Union Athletes: Stop Crossing Picket Lines
Players Unions need to do a better job of getting their members to respect their fans unions
With the hotel strike in Boston coming to a close, it is a good time to reflect on what union athletes can do to support striking workers. Read more from SB Nation below.
It should have been an easy opportunity to show solidarity. It should have been a friendly, comradely way to unite against oppressive bosses. Instead, professional athletes from the various North American sports unions have, again and again, put themselves ahead of the striking Marriott hotel workers, and crossed the picket lines that were put up in early October 2018. As if these hotel workers didn’t already have enough of an uphill battle ahead of them against the world’s largest hotel company, they now have to contend with athletes and sports unions ignoring their fight.
That has to stop.
First, it was MLB’s New York Yankees, arriving in Boston, Massachusetts for the start of the American League Division Series against the Red Sox on Oct. 4. They stayed at the Ritz-Carlton— their usual lodgings — rather than changing to one of the many hotels in the city where workers were not on strike and that were suggested by UNITE HERE, the union leading the strike, as alternatives [Disclosure: I’ve donated to UNITE HERE Local 26’s strike fund]. When SB Nation asked the Major League Baseball Players Association for comment, we were told, “From what we understand, these workers have been trying to negotiate a fair contract for more than six months. They deserve to be heard and deserve our support.” Granted, the Yankees crossing the picket linedid help the striking hotel workers get press, but it certainly was not due to support from the visiting team from the Bronx nor from the MLBPA.
Imagine how much more powerful a show of support the MLBPA and the Yankees could have made by posing for photographs with the striking workers from Local 26 before heading to their new hotel full of employees who weren’t fighting against a corporate behemoth? Imagine if the MLBPA had arranged for Red Sox players to join the Yankees for this moment, too: two historic rivals, about to face off in a playoff series, but not so antagonistic that they would allow it to get in the way of showing solidarity with fellow union workers? A video of Red Sox and Yankees players chanting the workers’ slogan, “One job should be enough,” holding up signs in support of their fight for better wages, protections against sexual harassment, and improved working conditions in general for what is a strenuous, taxing job that doesn’t pay workers enough to live in the expensive cities the hotels are located in. Sadly, imagining is all we can do.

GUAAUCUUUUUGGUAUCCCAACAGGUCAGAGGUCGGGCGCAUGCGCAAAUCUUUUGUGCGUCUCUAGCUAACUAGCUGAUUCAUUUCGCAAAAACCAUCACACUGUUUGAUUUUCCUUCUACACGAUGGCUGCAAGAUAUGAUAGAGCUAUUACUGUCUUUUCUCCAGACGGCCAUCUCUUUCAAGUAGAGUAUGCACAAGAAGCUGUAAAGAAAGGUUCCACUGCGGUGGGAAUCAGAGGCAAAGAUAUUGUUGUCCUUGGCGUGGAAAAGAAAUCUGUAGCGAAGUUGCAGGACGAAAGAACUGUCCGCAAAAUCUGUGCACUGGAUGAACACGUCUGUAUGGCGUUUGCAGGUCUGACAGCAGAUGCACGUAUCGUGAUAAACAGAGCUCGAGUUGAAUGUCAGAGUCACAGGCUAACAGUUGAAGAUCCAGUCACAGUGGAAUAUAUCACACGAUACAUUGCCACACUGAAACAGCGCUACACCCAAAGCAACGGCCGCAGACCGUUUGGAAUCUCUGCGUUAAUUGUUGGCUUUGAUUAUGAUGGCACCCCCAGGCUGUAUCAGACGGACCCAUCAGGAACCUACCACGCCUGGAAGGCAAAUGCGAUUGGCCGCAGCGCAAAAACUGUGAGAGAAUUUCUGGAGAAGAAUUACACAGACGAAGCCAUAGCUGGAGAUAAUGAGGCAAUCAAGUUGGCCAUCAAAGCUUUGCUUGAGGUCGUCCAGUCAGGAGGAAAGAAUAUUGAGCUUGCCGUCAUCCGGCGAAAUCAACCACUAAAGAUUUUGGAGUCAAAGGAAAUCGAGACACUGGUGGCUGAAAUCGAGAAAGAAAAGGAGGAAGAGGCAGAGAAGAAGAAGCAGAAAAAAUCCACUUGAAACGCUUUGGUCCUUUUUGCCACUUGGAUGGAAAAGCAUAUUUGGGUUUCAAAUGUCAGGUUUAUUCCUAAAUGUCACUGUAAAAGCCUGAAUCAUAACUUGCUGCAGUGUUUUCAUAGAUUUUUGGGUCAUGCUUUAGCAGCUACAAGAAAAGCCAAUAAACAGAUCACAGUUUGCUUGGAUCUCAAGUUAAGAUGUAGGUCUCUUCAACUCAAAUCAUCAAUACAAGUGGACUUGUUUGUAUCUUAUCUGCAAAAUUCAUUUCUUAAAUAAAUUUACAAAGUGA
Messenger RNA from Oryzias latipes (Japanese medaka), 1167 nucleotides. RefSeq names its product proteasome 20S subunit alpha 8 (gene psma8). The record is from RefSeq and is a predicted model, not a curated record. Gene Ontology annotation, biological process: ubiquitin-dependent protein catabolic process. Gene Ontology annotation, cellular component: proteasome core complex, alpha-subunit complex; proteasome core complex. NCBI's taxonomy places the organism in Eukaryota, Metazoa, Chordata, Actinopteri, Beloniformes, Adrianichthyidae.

One of the reasons the West Virginia teacher strikes worked this year — and helped to inspire teachers strikes elsewhere across America — is that the teachers showed incredible solidarity both in their organizing and in their demands. The teachers didn’t just go on strike for wages that improved on their dismal ones: they also fought until all West Virginia state employees received a raise better than what elected officials had managed to procure for them in previous decades, better health care, and long overdue improvements to the schools themselves. They fought for a better community — not just themselves, not just in a vacuum.
The Yankees had a chance to rally national support for the hotel workers by showing some themselves. But, the team didn’t fight in solidarity, or at all. Afterward, the MLBPA sent out a brief statement that lacked an apology for crossing a picket line, with a vague notion of support for the workers included.
When the Houston Astros showed up in Boston for the American League Championship Series later in October, they did change their hotel accommodations to avoid crossing the picket line — an improvement, to be sure. The Los Angeles Dodgers did no such thing for the World Series, however. Unlike with the Yankees, where it could be argued that news of the strike was sprung upon them too late to change their reservations, this was a conscious decision by all involved.
According to UNITE HERE, the Dodgers did explore changing hotels to avoid crossing the picket line, but ultimately stayed in a Marriott property anyway. The reason? There weren’t enough suitesin the alternative hotel options, and player contracts require suites.